Rep. Lou Lang has decided not to call his medical marijuana legislation until next week.
The Skokie Democrat told The Associated Press Wednesday he's still not certain he has the 60 votes he needs for passage.
He says he has most of the necessary votes but there are "a whole bunch of people who are wavering." He will continue talking to them over the weekend and try again in the Legislature's second week of its fall session.
Lang believes marijuana should be available in limited amounts for people with specific illnesses who get pain relief from the drug.
It's the tightest such measure in the nation.
Eighteen states allow medical marijuana use and two of those recently OK'd recreational use.
LUECHTEFELD AMMO BILL
The Senate voted 49-4 to override Quinn's veto of a bill sponsored by Luechtefeld. Luechtefeld's bill would have allowed Illinoisans to buy mail-order ammunition from Illinois companies. Ammunition purchases from out-of-state dealers was already allowed under Illinois law.
Quinn had used his veto power to amend the bill, transforming it into a ban on semi-automatic rifles and large-capacity ammunition clips.
"Today is a good day for the Second Amendment in Illinois," Luechtefeld said. "We have scored a victory against short-sighted Chicago anti-gun policies. The Governor overstepped his reach when he decided to rewrite this Senate bill and impose an assault weapons ban."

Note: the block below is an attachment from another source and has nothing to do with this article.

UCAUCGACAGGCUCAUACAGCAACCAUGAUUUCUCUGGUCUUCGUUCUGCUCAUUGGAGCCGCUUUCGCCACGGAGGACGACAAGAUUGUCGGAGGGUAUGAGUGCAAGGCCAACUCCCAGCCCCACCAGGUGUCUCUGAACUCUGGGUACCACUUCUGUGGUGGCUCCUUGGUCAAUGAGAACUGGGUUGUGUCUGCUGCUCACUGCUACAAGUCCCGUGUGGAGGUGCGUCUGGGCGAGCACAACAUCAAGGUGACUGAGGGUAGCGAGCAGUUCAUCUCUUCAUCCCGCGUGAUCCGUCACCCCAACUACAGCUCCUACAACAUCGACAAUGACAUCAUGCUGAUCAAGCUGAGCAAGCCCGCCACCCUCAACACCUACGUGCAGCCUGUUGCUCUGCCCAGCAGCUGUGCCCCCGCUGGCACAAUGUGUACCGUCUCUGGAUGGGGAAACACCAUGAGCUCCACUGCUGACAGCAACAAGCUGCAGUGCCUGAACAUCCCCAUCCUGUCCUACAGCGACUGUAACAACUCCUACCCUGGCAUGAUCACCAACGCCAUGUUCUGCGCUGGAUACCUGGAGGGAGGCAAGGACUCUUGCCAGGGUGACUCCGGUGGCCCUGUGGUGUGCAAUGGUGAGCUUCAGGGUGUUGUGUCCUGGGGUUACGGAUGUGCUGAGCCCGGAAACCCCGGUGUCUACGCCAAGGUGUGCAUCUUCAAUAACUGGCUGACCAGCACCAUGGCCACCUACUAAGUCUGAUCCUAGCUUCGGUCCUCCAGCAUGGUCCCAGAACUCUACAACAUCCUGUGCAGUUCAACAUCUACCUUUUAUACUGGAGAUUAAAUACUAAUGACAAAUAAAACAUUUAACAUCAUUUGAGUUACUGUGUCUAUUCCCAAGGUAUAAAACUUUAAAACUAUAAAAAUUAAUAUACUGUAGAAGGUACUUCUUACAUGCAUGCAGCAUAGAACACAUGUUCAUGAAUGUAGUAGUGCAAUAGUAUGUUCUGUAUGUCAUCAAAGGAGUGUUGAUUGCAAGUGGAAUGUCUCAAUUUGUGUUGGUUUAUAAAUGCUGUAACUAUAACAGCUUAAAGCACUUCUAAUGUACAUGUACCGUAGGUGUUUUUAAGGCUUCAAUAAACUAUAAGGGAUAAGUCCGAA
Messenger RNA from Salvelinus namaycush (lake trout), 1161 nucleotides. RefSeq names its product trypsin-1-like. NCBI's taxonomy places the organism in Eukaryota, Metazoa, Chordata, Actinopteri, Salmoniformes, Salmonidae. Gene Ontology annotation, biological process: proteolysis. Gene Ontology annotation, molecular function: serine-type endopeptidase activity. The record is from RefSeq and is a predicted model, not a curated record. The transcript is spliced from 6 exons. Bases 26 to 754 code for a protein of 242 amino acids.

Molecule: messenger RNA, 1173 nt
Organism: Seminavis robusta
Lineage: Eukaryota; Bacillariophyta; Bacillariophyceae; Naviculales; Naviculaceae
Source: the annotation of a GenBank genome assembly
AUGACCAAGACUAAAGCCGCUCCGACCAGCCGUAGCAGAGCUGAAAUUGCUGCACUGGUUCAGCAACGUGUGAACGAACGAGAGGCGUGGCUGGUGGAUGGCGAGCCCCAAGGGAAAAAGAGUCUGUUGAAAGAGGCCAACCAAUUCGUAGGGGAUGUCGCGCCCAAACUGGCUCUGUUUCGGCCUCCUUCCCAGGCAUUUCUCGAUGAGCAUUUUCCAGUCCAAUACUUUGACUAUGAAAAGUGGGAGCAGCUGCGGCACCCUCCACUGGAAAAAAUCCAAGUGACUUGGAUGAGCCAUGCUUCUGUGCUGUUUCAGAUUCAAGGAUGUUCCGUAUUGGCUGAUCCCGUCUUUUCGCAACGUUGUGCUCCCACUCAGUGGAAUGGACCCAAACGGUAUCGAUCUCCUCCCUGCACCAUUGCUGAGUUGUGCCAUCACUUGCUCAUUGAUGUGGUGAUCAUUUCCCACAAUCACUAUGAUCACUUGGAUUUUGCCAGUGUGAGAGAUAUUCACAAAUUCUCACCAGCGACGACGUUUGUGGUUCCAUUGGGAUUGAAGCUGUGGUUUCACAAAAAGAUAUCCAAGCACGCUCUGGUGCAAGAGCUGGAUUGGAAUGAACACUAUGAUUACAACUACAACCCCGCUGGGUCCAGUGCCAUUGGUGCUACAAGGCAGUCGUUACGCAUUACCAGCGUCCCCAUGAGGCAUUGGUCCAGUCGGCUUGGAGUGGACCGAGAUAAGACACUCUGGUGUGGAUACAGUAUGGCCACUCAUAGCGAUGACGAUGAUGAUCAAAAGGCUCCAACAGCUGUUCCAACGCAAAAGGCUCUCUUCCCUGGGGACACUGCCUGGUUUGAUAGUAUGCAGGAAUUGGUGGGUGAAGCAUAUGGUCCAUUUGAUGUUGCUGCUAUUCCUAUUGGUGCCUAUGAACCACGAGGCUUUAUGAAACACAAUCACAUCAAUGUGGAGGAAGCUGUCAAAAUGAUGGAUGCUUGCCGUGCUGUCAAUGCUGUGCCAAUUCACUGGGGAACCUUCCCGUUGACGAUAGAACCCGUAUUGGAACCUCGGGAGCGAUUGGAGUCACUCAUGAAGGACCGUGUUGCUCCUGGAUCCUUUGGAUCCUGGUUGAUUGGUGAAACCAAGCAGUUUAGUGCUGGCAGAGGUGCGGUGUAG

If the House also overrides the veto, it will restore the bill to its original purpose, allowing the ammo purchases from in-state dealers. An aide to Quinn said he will continue to "vigorously pursue" a ban on so-called assault weapons.
NO PAY RAISES?
The Illinois House is sending a message to state employees who are in the midst of negotiating a new contract: don't expect a pay raise.
The House voted 84-29 Wednesday in favor of a resolution that says lawmakers will not approve funding in fiscal 2013 for a salary increase.
The resolution is not binding. But Speaker Michael Madigan, who sponsored it, says it's intended to send a message to both Quinn and the American Federation of State, County and Municipal Employees that there isn't money for increases.
Rep. John Bradley, D-Marion, said the state is "out of money."
TAX BILLS MADE PUBLIC?
Senate President John Cullerton's plan to require corporations' income tax bills to be made public has barely won approval.
The Senate voted 30-27 Wednesday to OK a proposal Cullerton says would help lawmakers plan tax policy.
The Chicago Democrat says legislators don't know whether their tax incentives and credits are working. He says two-thirds of businesses doing work in Illinois pay no corporate income tax.
Republicans criticized the measure as "anti-business (and) anti-employment." Others questioned whether it would be legal to post the information. Cullerton amended the bill to prevent posting of federally prohibited tax information.
Business leaders say it unfairly targets some businesses.
The bill moves to the House.
The Associated Press contributed to this report.